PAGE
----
Millions Rally in Support of Catalonian Independence

Millions Rally in Support of Catalonian Independence
(Photo by Miquel Llop/NurPhoto via Getty Images)

Peaceful Assembly and Expression

On 11th September 2018 millions took to the streets of Barcelona during the annual Diada celebrations calling for Catalonian independence and to demand the release of detained political prisoners. The "National Day" demonstration is the first since the 2017 independence referendum, that caused a political crisis in Spain. The demonstration was conducted peacefully and no incidents of violence were reported. However, tensions remain high between separatists activists and those who opposed independence. Independence supporters covered public spaces with yellow ribbons, symbols demanding freedom for Catalan political leaders jailed last year, but anti-separatists were quick to remove them. Separatists claim they should be allow to campaign as part of their free speech rights, however, others argue that public spaces should remain neutral.  

The disagreement between the two groups, led to some violence. It was reported that woman was punched in the face for removing yellow ribbons from a park fence. In addition, during an anti-separatist march protesting against this assault a Telemadrid TV cameraman was hit several times on the head. 

In a separate development, Willy Toledo, a Spanish actor and political activist, was arrested in September after he ignored two summons to appear in court. The actor was brought before a judge after spending a night in custody and later released. The case came about because of a complaint filed against him by a Christian lawyers association, who claims that Toledo insulted their religion in a 2017 Facebook post. Article 525 of Criminal Code sets out monetary fines for "those who offend the feelings of the members of a religious confession by publicly disparaging their dogmas, beliefs, rites or ceremonies".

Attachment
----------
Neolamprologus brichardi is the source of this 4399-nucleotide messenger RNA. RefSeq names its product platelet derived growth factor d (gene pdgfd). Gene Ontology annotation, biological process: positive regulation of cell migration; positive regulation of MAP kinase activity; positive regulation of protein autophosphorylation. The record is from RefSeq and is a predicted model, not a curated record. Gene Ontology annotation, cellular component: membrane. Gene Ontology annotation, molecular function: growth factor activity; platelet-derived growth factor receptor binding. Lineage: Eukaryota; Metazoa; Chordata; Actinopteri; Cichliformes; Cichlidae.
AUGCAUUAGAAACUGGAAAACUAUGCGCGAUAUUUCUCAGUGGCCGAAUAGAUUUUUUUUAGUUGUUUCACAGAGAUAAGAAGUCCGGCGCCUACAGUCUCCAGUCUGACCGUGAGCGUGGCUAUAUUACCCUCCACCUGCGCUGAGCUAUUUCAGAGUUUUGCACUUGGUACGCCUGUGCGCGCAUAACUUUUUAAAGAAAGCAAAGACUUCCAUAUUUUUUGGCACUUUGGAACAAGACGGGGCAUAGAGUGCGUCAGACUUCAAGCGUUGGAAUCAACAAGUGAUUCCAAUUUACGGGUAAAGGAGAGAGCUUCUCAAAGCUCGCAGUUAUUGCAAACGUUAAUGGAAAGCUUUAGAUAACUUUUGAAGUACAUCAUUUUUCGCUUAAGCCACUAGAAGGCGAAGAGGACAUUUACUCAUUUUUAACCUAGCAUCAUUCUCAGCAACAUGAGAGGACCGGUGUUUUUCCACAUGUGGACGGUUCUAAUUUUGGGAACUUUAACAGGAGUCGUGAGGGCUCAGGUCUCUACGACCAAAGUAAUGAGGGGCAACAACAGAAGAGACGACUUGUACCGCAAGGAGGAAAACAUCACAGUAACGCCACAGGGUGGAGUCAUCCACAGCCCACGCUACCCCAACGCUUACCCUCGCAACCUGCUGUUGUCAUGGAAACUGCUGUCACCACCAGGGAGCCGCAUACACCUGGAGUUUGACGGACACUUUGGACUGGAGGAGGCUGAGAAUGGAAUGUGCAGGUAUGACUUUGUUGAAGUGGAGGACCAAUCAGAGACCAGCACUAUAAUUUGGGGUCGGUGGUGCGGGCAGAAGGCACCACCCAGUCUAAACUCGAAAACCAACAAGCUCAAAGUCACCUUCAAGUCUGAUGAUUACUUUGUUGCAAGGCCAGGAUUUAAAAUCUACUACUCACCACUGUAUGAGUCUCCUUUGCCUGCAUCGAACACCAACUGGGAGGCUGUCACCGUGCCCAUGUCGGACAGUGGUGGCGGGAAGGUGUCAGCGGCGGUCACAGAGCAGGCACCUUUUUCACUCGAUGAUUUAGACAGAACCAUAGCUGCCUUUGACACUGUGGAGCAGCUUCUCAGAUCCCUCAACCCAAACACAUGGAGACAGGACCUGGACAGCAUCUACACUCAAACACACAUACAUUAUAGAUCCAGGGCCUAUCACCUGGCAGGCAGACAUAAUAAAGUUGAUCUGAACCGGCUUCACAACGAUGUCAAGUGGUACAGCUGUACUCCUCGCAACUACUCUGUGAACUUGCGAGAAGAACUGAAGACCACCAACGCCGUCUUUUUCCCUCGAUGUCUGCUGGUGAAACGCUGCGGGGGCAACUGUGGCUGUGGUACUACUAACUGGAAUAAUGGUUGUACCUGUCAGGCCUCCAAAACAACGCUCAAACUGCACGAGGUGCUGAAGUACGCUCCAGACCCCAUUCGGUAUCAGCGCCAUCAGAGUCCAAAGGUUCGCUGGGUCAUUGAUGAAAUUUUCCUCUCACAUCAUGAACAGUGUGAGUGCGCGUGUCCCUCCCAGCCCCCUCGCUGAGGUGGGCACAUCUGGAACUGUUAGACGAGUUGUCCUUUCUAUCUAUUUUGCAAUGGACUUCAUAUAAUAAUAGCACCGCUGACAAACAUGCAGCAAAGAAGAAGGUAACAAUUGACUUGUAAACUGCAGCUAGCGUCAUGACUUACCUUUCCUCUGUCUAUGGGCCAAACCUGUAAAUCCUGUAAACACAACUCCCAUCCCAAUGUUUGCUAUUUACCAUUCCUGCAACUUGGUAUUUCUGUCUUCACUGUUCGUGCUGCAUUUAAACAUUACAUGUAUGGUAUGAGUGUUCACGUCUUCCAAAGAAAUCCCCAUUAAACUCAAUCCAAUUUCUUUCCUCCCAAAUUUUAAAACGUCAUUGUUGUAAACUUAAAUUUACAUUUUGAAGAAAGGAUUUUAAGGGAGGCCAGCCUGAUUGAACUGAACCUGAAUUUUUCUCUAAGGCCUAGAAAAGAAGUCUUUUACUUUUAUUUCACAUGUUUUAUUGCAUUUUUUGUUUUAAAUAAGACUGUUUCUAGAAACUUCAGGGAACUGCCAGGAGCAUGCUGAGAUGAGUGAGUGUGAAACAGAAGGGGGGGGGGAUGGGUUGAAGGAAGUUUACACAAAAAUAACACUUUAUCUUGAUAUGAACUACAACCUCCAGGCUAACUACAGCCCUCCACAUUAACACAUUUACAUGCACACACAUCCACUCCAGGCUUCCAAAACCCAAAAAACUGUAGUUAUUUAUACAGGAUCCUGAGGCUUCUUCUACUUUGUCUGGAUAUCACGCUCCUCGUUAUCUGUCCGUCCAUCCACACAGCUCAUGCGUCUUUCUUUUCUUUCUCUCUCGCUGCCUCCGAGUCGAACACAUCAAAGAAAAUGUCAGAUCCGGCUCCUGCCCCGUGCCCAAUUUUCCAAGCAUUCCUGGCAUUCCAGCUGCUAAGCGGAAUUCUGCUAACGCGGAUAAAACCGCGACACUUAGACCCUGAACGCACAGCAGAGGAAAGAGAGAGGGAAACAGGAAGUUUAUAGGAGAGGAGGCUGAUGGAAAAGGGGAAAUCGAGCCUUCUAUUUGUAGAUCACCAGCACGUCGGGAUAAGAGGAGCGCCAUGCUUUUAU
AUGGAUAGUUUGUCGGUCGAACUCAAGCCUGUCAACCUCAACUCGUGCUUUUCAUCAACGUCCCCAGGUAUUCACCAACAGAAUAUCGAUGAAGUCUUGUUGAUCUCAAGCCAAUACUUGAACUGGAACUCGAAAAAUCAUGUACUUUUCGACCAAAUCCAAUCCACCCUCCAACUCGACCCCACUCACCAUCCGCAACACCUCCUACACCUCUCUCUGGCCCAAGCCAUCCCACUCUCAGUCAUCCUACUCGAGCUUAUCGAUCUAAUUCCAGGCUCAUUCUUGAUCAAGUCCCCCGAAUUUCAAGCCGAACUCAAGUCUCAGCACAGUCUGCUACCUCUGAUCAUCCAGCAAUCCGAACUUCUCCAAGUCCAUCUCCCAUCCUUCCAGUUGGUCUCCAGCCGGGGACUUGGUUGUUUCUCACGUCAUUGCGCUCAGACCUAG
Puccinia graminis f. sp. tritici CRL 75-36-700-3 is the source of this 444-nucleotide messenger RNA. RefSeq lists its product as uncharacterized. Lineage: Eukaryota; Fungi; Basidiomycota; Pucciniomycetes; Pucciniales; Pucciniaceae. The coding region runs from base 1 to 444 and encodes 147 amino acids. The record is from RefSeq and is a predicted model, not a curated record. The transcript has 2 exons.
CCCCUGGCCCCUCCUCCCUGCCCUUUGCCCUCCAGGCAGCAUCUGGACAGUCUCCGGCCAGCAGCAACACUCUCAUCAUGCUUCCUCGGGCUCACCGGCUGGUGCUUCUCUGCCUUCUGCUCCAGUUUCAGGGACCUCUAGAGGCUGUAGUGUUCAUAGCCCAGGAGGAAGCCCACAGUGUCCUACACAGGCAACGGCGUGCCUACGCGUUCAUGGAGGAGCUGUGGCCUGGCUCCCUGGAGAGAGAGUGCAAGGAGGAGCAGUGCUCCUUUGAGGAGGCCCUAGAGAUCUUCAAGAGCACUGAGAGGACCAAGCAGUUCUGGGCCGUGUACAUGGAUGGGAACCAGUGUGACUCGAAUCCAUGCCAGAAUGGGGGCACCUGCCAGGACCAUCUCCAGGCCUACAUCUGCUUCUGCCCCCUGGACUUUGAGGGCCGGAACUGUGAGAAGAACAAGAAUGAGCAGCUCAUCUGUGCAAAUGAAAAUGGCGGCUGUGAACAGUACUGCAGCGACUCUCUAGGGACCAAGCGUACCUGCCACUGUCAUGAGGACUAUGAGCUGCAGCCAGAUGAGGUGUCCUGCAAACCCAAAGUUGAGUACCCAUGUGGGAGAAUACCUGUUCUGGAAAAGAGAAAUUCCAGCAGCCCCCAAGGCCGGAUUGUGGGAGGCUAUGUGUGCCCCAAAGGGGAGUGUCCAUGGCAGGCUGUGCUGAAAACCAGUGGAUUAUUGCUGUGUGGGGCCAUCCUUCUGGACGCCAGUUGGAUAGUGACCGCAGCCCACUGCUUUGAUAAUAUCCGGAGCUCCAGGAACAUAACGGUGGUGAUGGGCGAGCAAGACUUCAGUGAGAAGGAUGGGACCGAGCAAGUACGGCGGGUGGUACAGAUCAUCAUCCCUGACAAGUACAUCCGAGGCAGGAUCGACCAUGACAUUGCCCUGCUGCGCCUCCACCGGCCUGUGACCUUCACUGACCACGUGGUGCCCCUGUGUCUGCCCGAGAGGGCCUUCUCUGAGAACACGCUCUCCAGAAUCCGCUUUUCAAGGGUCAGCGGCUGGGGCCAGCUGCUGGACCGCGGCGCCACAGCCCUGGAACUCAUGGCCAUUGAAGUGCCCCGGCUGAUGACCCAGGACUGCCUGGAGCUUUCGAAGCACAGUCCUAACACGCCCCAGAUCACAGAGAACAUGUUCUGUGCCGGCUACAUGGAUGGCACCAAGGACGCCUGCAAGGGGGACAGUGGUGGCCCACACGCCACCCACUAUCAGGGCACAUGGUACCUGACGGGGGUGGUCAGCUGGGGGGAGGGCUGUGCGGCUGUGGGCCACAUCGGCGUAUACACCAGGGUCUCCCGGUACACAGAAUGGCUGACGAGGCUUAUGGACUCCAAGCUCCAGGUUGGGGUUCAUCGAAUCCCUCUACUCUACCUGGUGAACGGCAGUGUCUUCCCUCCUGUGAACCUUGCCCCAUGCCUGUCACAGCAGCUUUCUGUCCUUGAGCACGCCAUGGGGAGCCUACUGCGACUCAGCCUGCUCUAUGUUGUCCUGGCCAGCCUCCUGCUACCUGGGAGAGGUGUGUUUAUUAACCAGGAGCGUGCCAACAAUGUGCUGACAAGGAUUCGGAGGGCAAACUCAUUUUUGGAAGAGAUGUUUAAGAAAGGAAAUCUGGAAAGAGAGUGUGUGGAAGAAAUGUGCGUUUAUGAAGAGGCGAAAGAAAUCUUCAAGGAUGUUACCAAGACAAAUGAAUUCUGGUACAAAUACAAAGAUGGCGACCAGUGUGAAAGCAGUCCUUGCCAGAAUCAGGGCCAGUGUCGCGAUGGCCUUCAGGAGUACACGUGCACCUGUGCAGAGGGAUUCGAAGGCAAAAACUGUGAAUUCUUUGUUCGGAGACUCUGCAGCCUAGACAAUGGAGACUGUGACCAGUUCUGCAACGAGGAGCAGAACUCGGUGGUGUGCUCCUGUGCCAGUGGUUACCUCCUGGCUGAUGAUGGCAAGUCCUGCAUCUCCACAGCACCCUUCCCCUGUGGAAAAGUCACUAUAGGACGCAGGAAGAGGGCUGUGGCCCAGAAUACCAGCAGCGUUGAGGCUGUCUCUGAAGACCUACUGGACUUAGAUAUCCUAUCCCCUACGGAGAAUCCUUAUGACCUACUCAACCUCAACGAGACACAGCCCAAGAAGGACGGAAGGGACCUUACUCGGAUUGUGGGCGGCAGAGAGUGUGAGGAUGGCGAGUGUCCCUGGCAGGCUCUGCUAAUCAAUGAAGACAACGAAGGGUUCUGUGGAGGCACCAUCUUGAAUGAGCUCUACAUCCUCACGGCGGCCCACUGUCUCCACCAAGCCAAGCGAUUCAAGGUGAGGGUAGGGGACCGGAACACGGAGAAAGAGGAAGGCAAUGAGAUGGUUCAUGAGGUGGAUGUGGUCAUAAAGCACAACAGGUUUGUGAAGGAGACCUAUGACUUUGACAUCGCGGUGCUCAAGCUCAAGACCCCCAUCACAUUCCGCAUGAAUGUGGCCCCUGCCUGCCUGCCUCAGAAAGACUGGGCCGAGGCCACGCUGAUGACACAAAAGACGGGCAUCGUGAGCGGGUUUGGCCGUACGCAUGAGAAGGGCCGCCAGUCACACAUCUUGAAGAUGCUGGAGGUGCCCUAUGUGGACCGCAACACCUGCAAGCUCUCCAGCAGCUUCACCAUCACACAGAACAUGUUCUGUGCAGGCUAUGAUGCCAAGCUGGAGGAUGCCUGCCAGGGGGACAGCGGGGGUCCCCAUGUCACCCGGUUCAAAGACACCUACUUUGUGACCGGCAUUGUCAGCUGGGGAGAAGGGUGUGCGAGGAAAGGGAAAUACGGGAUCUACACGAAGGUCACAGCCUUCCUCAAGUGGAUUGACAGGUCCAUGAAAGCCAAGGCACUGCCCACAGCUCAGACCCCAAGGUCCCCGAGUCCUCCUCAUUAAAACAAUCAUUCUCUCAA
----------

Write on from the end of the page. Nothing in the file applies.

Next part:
As previously reported on the CIVICUS Monitor, in recent years the use of provisions like “spreading hatred”, “insulting the monarchy”, “glorifying terrorism” and “offending religious sentiments” continue to be used to undermine freedom of expression in Spain. One of the most known cases is that of rapper Valtònyc (Josep Miquel Arenas) who was sentenced to three and a half years in prison for his lyrics that praised terror groups and insulted the royal family as reported by the Monitor. The rapper subsequently fled the country. Most recently, on 17th September 2018 a court in Belgium refused to extradite him to Spain arguing that there is no equivalent in Belgian law for the crimes that the Spanish authorities prosecuted him for. 

Separately, the Appeals Chamber of the National Court dismissed the appeal filed by rapper Pablo Hasel who was convicted to two years in prison for "glorifying terrorism". The Court however, reduced the prison sentence to 9 months as it considered that the rapper messages do not pose a "real risk" and therefore mitigating circumstances should have been taken into consideration. Similarly, the Appeals Chamber has reduced the jail term to 6 months for the musicians of La Insurgencia.

The Spanish government is currently considering reforming the criminal code to lower the penalties for “hate crimes” committed online.

Lydia Vicente Márquez, the executive director of Rights International Spain, an organisation that conducted an extensive campaign against the so called “gag law” – the one usually used by the authorities to curb freedom of expression in Spain, told the CIVICUS Monitor: 

“Hate crimes were introduced in art. 510 of the Criminal Code in 2015. The definition is open and imprecise. Vaguely worded provisions leave wide discretionary powers, enabling excessively broad interpretations and are likely to lead to arbitrary use of power, which is against legal certainty. Broad and ambiguous provisions are incompatible with international standards for restrictions on freedom of expression. In such a way, this provision can interfere with legitimate expression. Restrictions on fundamental rights have to be legitimate, necessary and proportionate to achieving their aim."